Thanks for your support
     
  12. Drift's Owner

    Drift's Owner Member Registered

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    If you can't find a solution that makes you feel comfortable with your family at home, then perhaps try handing her to a charity for rehoming rather than pts? Dogs Trust don't put down dogs that are healthy & they keep many dogs for a long time and have them sponsored to help them with their problems & to prevent them from being put down. Just a thought. These types of charities deal with many dogs who have had these types of issues and probably a lot worse. They will also make sure if the dog was rehomed that your dog would go to a person/family that are experienced in such behavioural issues. I really feel for you. It is stressful for any owner to think that their dog could harm another animal or a person. It is great that you are taking a weighted decision, but if you can't feel relaxed at home in the current circumstances then it is best to consider an alternative as heart breaking as it is. Remember that you have provided your dog with a much better life than it ever would have had from where it started. Big hugs.
     
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  13. Doghelp1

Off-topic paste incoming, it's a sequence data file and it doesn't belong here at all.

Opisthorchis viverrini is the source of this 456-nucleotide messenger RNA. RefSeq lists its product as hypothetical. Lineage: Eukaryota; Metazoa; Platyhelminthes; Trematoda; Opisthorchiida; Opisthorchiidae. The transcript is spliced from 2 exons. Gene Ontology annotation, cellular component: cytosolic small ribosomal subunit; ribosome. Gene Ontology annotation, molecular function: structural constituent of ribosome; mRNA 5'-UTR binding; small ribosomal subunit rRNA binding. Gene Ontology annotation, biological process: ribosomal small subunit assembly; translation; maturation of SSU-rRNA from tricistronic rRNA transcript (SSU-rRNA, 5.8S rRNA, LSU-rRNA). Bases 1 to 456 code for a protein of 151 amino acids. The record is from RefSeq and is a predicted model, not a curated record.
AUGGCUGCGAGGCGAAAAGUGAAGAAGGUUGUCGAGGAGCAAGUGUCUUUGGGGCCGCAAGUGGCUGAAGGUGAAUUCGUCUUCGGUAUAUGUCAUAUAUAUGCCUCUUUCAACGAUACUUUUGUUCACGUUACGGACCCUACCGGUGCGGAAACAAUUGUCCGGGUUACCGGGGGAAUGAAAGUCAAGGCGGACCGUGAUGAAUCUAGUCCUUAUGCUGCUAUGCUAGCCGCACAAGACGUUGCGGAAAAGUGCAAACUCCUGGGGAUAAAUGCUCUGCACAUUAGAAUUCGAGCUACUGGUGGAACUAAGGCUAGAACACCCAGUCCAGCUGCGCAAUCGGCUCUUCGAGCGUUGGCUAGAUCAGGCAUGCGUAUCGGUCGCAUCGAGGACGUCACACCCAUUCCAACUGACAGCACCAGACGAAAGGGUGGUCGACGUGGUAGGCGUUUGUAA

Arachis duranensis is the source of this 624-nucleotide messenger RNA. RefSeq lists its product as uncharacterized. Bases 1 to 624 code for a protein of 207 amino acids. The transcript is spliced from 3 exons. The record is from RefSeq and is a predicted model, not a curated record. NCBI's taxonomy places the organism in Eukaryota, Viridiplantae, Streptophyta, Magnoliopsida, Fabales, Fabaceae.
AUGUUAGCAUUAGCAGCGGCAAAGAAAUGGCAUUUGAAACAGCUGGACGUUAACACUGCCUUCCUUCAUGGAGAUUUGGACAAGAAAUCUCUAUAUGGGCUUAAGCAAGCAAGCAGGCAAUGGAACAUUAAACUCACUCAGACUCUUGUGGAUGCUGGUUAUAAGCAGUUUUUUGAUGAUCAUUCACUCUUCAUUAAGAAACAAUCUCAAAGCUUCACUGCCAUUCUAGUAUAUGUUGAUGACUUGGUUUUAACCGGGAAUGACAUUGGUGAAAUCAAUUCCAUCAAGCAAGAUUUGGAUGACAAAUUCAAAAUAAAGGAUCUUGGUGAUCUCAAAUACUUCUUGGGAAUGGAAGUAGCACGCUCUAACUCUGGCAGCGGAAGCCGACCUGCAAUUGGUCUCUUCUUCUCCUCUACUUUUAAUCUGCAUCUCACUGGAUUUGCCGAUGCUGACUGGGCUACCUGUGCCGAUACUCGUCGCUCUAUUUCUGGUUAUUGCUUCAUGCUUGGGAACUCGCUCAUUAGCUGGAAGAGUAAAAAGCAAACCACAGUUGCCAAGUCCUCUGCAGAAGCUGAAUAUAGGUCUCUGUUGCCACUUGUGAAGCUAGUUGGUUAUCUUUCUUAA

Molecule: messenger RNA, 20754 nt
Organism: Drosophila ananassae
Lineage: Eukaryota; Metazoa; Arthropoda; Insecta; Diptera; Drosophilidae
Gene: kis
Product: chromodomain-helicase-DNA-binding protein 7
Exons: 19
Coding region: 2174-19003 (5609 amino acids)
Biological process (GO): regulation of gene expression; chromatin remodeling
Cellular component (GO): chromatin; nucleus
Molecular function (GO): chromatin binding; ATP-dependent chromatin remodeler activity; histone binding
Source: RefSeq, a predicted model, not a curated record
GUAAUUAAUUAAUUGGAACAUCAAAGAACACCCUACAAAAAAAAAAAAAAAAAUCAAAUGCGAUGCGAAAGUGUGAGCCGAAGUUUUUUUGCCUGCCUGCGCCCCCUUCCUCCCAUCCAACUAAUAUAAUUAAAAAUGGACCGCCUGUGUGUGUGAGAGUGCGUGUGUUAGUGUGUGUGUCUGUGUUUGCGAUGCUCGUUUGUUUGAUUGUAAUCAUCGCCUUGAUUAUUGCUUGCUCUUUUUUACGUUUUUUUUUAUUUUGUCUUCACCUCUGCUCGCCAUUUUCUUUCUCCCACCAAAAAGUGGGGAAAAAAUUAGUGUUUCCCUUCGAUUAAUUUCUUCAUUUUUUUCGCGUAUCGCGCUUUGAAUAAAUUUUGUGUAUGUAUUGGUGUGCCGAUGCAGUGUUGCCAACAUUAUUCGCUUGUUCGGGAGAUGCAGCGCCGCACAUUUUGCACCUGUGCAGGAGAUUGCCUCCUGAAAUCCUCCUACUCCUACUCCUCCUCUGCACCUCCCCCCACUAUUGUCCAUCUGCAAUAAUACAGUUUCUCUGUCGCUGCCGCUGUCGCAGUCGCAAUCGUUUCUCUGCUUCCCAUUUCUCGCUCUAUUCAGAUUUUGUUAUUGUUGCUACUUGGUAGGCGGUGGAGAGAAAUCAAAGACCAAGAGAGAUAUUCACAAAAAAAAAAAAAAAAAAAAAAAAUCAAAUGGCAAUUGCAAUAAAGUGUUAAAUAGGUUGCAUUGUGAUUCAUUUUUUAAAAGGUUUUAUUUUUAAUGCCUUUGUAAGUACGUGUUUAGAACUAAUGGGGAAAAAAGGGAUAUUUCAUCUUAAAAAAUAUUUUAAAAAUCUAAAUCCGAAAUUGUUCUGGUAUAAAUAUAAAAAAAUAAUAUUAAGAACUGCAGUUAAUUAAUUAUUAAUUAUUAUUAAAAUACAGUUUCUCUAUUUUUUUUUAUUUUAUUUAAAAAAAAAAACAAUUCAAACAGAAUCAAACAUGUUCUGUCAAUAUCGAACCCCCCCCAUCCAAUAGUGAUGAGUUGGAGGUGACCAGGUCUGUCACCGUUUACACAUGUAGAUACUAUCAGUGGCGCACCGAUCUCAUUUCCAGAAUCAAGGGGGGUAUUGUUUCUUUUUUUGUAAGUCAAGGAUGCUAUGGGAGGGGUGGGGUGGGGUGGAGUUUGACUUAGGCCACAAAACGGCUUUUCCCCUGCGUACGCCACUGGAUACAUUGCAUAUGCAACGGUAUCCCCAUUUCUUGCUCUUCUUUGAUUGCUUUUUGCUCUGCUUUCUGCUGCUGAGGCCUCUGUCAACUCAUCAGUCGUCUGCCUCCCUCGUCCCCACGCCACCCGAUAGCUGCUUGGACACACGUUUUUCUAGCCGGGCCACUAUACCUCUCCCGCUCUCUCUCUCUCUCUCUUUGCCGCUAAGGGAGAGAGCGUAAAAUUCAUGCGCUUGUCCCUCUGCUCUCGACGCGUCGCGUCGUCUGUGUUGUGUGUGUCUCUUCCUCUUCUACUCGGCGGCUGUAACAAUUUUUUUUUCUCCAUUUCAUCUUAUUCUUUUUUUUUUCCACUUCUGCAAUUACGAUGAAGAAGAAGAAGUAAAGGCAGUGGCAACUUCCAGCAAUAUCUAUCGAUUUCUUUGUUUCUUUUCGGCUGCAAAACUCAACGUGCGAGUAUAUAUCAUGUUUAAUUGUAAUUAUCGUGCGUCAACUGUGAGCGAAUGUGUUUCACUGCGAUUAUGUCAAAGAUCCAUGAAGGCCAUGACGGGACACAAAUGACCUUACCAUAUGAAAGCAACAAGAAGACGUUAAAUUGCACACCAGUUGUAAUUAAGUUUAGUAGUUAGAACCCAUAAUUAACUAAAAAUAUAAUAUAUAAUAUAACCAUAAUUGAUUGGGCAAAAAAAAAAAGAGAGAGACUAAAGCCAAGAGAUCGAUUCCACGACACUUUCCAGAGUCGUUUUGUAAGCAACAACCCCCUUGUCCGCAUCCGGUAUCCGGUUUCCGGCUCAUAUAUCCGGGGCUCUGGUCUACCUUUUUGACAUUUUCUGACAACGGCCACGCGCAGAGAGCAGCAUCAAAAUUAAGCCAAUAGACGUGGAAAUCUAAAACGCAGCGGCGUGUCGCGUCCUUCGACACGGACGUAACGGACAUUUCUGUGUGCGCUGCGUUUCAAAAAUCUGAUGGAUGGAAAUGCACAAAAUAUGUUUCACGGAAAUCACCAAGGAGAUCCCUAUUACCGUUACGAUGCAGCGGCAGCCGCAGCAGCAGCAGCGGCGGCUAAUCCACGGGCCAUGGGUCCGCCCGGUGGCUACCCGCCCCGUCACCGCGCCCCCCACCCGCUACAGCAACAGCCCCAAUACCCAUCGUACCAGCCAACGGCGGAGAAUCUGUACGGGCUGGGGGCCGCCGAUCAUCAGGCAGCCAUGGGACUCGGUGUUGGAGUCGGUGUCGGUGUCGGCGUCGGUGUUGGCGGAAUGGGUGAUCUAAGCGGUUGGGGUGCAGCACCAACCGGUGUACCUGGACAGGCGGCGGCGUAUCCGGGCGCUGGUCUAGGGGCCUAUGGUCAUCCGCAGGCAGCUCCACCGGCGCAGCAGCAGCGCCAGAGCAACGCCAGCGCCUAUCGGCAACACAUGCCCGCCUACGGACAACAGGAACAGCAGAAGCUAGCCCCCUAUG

Doghelp1 New Member Registered

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    Thank you for another option. But definitely not what I want for her. She would be soooo unhappy in kennels, hanging around long term in kennels would be far worse for her than being pts.
    Thanks for your kind words
     
  14. Nanny71

    Nanny71 Well-Known Member Registered

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    Reading this reminds me of a friend many years ago who had to make this decision.. her dog was very like yours anxious and unpredictable.
    One day the dog cornered her husband in the kitchen and bit him badly on arms and leg. He managed to hold it off with a chair.
    Next day the dog was calm and appeared normal. However with two children they made the decision to have him put to sleep.